Bert Jansch


From the 1965 instrumental Finches right up to his late-period masterpiece Black Swan (2006), the late Bert Jansch held an ornithological fascination that made its way into his music with typical gentleness and poesy. On Avocet, released in 1979 when Jansch was 35, and with the flush of his extraordinary early career firmly behind him, he devoted an entire album to the lives of birds, in partnership with multi-instrumentalist Martin Jenkins and long-time collaborator, bassist Danny Thompson. The album’s 18-minute title track (based on the traditional The Cuckoo) is a true wonder: one of the most beautiful folk instrumentals ever committed to tape, with Jansch’s signature bass-string-driven guitar lines toing and froing against Jenkins’ improvisations on violin and flute. The Scottish guitarist turns electric on the similarly inventive Bittern, and then rekindles the spark of his and Thompson’s former band Pentangle on the jazzier Kingfisher. To mark 40 years, this release features three recently discovered live recordings from an Italian tour and extensive liner notes by Thompson: a suitable tribute to an often-overlooked album by an artist whose brilliance remains much missed. BARNABY SMITH


The Crooked Fiddle Band


It could count as assault and battery were it happening to any other part of the body than the eardrums. Then, just when you’re considering laying charges, they lull you into forgiveness with a swooning melody such as could only be conceived by the most angelic of pacifists. And so continues the fun dichotomy that is the Crooked Fiddle Band. Their scary side is all about taking Eastern European-inspired melodic ideas and imagining what might have happened had the likes of Iggy and the Stooges strayed into this neck of the musical woods with a stack of 100-watt Marshalls. Then, as the energy, ferocity, dissonance, double-time stampedes and wound-out distortion of acoustic instruments are collectively inclining you to duck for cover, they pull the old one-two trick again, and Jess Randal, for instance, plays a fiddle melody so gorgeous as instantly fools you into believing that what went before can’t really have been that brutal. After all, how much damage can a fiddle, acoustic guitar (Gordon Wallace), double bass (Mark Stevens) and drum kit (Joe Gould) do? Find out in the flesh at Katoomba’s Baroque Room (November 30) and Sydney’s Landsdowne (December 1). JOHN SHAND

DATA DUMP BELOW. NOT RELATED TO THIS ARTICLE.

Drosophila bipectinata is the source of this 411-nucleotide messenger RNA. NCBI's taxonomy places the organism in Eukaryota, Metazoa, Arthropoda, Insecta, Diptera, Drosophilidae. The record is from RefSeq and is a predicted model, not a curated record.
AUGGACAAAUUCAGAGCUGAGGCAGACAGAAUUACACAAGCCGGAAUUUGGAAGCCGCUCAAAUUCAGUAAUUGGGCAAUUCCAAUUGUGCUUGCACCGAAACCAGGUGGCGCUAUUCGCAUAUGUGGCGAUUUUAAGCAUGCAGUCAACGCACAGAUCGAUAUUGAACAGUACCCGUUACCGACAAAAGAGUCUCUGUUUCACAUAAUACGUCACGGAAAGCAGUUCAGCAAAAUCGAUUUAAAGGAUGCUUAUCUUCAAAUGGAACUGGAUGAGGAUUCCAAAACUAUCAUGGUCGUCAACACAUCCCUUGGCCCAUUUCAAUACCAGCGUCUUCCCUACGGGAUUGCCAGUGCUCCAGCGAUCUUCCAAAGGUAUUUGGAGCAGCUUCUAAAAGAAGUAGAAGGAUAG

Oliver Tank

THE OCEAN FADES INTO THE SKY (olivertankmusic.bandcamp.com) ★★★★

Affinity with the past can sometimes lead to an immaculate transformation, but what’s less considered by those on a spiritual reawakening is the trigger point. There’s beauty in the struggle or journey, and to pass over this transitional period with disregard or indifference seems counterproductive. Oliver Tank’s third album pays homage to those caught in a repetitive cycle of dissatisfaction, by firing off therapeutic, stunning, bite-sized deep cuts, the track-list feeling like material accumulated over a number of years, which continuously begs the question: why was it ever kept from the public at all? Mountain$ employs lush soundscapes and Tank’s signature reverb-heavy timbre, while frequent collaborator Fawn Myers reappears on Just My Type for a duet over washed-out synthesizers dripping in psychedelia. Sub-bass hits harder than ever on the latter part of Rewind, the track interlaced with high-pitched, buzz-saw synths that help compliment a gorgeous chord progression against lightly distorted electric guitar. The Ocean Fades into the Sky is exactly as it sounds: sometimes it’s hard to see what’s on the horizon, but belief in getting there will pay dividends in the end. BENJAMIN POTTER